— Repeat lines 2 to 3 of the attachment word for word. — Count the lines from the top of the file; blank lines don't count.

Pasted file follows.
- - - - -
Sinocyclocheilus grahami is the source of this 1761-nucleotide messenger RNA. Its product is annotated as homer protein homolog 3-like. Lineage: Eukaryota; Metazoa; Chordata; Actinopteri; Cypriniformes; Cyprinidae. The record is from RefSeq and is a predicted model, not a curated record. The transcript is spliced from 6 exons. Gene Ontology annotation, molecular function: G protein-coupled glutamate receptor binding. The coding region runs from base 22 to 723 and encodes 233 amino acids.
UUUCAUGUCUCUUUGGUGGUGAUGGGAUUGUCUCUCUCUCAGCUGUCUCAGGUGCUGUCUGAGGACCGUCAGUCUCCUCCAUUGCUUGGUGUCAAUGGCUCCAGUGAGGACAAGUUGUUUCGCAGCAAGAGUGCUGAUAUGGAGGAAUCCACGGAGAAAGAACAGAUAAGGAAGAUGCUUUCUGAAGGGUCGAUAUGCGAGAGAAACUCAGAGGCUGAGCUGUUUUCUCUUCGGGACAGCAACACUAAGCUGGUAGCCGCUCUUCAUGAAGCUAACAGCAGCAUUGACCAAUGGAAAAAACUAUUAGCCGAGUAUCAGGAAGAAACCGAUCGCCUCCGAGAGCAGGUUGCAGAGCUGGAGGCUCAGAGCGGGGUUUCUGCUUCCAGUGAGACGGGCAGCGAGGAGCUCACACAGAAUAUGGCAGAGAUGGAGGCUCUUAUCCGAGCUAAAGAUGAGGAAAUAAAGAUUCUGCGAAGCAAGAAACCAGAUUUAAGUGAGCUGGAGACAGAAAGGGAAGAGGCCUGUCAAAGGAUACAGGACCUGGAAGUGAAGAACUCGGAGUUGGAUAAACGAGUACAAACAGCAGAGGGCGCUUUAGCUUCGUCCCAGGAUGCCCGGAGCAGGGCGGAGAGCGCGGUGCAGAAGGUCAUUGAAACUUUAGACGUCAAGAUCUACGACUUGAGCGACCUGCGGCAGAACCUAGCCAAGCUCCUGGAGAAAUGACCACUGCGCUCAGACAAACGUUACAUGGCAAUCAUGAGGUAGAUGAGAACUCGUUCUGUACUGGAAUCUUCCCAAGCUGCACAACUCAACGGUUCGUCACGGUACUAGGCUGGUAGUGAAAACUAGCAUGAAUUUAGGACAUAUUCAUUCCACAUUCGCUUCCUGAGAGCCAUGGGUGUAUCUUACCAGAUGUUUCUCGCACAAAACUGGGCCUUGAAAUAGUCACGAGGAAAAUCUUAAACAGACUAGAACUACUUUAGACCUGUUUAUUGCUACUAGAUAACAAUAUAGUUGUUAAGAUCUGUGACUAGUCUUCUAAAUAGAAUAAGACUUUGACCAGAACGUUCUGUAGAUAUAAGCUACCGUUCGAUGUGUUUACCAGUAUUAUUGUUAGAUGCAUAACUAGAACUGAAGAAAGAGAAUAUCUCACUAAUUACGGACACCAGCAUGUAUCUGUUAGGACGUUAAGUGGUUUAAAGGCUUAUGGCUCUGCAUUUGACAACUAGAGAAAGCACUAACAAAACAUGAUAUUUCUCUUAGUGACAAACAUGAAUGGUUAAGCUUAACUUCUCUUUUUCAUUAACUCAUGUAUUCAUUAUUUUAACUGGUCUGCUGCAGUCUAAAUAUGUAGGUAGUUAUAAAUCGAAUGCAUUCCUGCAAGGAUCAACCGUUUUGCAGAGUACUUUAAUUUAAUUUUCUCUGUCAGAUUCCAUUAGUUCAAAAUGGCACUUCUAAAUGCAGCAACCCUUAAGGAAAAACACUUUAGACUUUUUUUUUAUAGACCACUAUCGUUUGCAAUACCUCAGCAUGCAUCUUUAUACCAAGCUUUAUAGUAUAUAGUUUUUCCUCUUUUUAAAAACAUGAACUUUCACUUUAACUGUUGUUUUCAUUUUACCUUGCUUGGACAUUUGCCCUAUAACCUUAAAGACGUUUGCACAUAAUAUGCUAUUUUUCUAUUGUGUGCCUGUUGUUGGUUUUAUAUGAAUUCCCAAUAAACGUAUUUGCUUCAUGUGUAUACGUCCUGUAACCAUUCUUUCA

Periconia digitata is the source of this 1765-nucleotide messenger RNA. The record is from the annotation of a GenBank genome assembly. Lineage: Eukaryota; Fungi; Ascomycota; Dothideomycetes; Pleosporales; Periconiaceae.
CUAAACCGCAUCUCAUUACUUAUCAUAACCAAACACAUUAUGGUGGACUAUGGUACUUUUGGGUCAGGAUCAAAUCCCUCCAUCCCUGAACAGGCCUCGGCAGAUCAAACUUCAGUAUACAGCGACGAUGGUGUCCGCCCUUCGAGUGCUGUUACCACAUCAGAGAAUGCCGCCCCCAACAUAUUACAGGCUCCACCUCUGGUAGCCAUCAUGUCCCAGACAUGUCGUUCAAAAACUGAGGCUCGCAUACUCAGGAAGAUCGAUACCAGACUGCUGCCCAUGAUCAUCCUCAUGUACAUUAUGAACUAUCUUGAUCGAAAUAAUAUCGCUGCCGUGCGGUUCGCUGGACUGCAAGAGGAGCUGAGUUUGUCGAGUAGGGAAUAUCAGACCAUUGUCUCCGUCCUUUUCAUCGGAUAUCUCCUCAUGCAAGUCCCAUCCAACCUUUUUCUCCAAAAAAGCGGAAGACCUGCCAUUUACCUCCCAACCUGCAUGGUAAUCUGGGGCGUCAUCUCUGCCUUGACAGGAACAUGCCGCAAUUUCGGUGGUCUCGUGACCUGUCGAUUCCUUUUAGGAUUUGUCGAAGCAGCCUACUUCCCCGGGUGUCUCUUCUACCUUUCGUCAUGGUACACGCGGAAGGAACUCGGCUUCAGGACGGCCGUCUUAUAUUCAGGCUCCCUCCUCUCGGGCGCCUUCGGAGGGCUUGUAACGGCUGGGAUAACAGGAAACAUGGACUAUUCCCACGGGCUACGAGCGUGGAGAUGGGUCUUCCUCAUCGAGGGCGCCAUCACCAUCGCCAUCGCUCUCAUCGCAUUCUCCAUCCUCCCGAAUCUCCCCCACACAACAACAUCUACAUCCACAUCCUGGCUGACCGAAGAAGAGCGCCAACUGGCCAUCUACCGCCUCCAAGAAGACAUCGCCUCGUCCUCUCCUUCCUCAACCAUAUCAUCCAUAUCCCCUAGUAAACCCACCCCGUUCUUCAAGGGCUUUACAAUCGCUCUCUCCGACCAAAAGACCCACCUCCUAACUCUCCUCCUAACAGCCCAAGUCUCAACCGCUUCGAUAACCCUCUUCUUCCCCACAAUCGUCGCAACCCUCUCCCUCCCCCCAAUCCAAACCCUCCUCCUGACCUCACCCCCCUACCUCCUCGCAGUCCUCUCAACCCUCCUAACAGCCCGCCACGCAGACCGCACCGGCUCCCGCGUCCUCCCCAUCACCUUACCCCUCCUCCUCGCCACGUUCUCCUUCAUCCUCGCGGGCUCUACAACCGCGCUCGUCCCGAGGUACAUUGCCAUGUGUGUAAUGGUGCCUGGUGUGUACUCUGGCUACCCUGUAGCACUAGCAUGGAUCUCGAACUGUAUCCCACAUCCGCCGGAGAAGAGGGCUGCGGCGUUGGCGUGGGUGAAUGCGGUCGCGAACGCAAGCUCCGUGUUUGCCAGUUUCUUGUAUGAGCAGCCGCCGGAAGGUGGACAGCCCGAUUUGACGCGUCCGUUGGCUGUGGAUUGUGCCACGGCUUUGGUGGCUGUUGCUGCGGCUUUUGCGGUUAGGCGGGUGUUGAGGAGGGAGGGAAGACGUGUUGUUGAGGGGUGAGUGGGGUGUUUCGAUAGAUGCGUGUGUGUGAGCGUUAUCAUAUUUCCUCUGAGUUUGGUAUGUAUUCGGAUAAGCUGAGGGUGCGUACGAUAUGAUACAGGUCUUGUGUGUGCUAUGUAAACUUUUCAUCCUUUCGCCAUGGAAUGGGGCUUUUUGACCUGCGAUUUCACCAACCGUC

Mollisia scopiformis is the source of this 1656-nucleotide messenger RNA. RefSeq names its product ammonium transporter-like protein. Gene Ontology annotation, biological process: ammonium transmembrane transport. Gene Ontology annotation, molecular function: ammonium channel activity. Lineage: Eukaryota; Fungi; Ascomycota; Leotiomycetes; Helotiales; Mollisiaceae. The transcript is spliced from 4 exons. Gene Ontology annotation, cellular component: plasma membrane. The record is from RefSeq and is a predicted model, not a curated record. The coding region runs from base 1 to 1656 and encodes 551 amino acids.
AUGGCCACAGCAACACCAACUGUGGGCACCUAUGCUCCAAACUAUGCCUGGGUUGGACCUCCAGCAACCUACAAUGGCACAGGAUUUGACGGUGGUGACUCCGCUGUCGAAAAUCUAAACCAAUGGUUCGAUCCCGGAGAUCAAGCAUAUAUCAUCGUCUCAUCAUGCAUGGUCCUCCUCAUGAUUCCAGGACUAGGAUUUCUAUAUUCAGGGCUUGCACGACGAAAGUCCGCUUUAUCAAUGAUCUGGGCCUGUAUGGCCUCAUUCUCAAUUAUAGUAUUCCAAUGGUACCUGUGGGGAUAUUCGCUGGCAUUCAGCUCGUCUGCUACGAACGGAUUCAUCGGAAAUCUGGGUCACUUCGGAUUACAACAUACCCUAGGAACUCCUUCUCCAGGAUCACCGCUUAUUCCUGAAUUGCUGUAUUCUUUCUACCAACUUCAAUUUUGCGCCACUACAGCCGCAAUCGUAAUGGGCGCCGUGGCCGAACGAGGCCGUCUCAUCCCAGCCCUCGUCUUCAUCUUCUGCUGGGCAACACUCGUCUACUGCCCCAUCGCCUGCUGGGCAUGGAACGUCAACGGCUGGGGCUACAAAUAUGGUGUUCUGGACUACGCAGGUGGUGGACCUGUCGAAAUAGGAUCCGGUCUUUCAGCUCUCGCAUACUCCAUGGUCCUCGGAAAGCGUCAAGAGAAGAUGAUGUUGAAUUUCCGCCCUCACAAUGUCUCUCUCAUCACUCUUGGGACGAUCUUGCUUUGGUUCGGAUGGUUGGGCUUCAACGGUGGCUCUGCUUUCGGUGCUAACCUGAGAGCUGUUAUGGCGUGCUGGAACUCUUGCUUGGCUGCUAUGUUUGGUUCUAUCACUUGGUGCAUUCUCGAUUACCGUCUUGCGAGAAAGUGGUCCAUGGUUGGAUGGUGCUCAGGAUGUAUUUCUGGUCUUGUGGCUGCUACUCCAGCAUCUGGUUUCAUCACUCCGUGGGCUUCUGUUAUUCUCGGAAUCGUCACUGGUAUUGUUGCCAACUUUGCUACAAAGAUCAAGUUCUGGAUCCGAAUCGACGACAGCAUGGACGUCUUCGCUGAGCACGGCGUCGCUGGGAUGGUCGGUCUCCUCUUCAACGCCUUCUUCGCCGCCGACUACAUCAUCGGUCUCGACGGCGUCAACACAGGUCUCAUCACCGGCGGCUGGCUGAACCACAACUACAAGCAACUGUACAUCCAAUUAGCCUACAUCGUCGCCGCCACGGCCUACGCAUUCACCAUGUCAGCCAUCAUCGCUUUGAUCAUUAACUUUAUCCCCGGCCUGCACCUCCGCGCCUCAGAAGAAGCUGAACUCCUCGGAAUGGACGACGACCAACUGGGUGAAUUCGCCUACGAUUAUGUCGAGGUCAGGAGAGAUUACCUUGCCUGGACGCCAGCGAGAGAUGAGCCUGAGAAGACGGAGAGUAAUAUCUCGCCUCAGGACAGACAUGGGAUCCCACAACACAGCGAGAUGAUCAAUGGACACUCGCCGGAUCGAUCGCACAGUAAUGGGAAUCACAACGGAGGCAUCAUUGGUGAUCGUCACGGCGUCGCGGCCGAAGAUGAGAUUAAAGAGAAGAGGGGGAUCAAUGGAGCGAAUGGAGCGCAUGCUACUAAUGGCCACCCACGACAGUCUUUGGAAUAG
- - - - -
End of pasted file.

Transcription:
UUUCAUGUCUCUUUGGUGGUGAUGGGAUUGUCUCUCUCUCAGCUGUCUCAGGUGCUGUCUGAGGACCGUCAGUCUCCUCCAUUGCUUGGUGUCAAUGGCUCCAGUGAGGACAAGUUGUUUCGCAGCAAGAGUGCUGAUAUGGAGGAAUCCACGGAGAAAGAACAGAUAAGGAAGAUGCUUUCUGAAGGGUCGAUAUGCGAGAGAAACUCAGAGGCUGAGCUGUUUUCUCUUCGGGACAGCAACACUAAGCUGGUAGCCGCUCUUCAUGAAGCUAACAGCAGCAUUGACCAAUGGAAAAAACUAUUAGCCGAGUAUCAGGAAGAAACCGAUCGCCUCCGAGAGCAGGUUGCAGAGCUGGAGGCUCAGAGCGGGGUUUCUGCUUCCAGUGAGACGGGCAGCGAGGAGCUCACACAGAAUAUGGCAGAGAUGGAGGCUCUUAUCCGAGCUAAAGAUGAGGAAAUAAAGAUUCUGCGAAGCAAGAAACCAGAUUUAAGUGAGCUGGAGACAGAAAGGGAAGAGGCCUGUCAAAGGAUACAGGACCUGGAAGUGAAGAACUCGGAGUUGGAUAAACGAGUACAAACAGCAGAGGGCGCUUUAGCUUCGUCCCAGGAUGCCCGGAGCAGGGCGGAGAGCGCGGUGCAGAAGGUCAUUGAAACUUUAGACGUCAAGAUCUACGACUUGAGCGACCUGCGGCAGAACCUAGCCAAGCUCCUGGAGAAAUGACCACUGCGCUCAGACAAACGUUACAUGGCAAUCAUGAGGUAGAUGAGAACUCGUUCUGUACUGGAAUCUUCCCAAGCUGCACAACUCAACGGUUCGUCACGGUACUAGGCUGGUAGUGAAAACUAGCAUGAAUUUAGGACAUAUUCAUUCCACAUUCGCUUCCUGAGAGCCAUGGGUGUAUCUUACCAGAUGUUUCUCGCACAAAACUGGGCCUUGAAAUAGUCACGAGGAAAAUCUUAAACAGACUAGAACUACUUUAGACCUGUUUAUUGCUACUAGAUAACAAUAUAGUUGUUAAGAUCUGUGACUAGUCUUCUAAAUAGAAUAAGACUUUGACCAGAACGUUCUGUAGAUAUAAGCUACCGUUCGAUGUGUUUACCAGUAUUAUUGUUAGAUGCAUAACUAGAACUGAAGAAAGAGAAUAUCUCACUAAUUACGGACACCAGCAUGUAUCUGUUAGGACGUUAAGUGGUUUAAAGGCUUAUGGCUCUGCAUUUGACAACUAGAGAAAGCACUAACAAAACAUGAUAUUUCUCUUAGUGACAAACAUGAAUGGUUAAGCUUAACUUCUCUUUUUCAUUAACUCAUGUAUUCAUUAUUUUAACUGGUCUGCUGCAGUCUAAAUAUGUAGGUAGUUAUAAAUCGAAUGCAUUCCUGCAAGGAUCAACCGUUUUGCAGAGUACUUUAAUUUAAUUUUCUCUGUCAGAUUCCAUUAGUUCAAAAUGGCACUUCUAAAUGCAGCAACCCUUAAGGAAAAACACUUUAGACUUUUUUUUUAUAGACCACUAUCGUUUGCAAUACCUCAGCAUGCAUCUUUAUACCAAGCUUUAUAGUAUAUAGUUUUUCCUCUUUUUAAAAACAUGAACUUUCACUUUAACUGUUGUUUUCAUUUUACCUUGCUUGGACAUUUGCCCUAUAACCUUAAAGACGUUUGCACAUAAUAUGCUAUUUUUCUAUUGUGUGCCUGUUGUUGGUUUUAUAUGAAUUCCCAAUAAACGUAUUUGCUUCAUGUGUAUACGUCCUGUAACCAUUCUUUCA

Periconia digitata is the source of this 1765-nucleotide messenger RNA. The record is from the annotation of a GenBank genome assembly. Lineage: Eukaryota; Fungi; Ascomycota; Dothideomycetes; Pleosporales; Periconiaceae.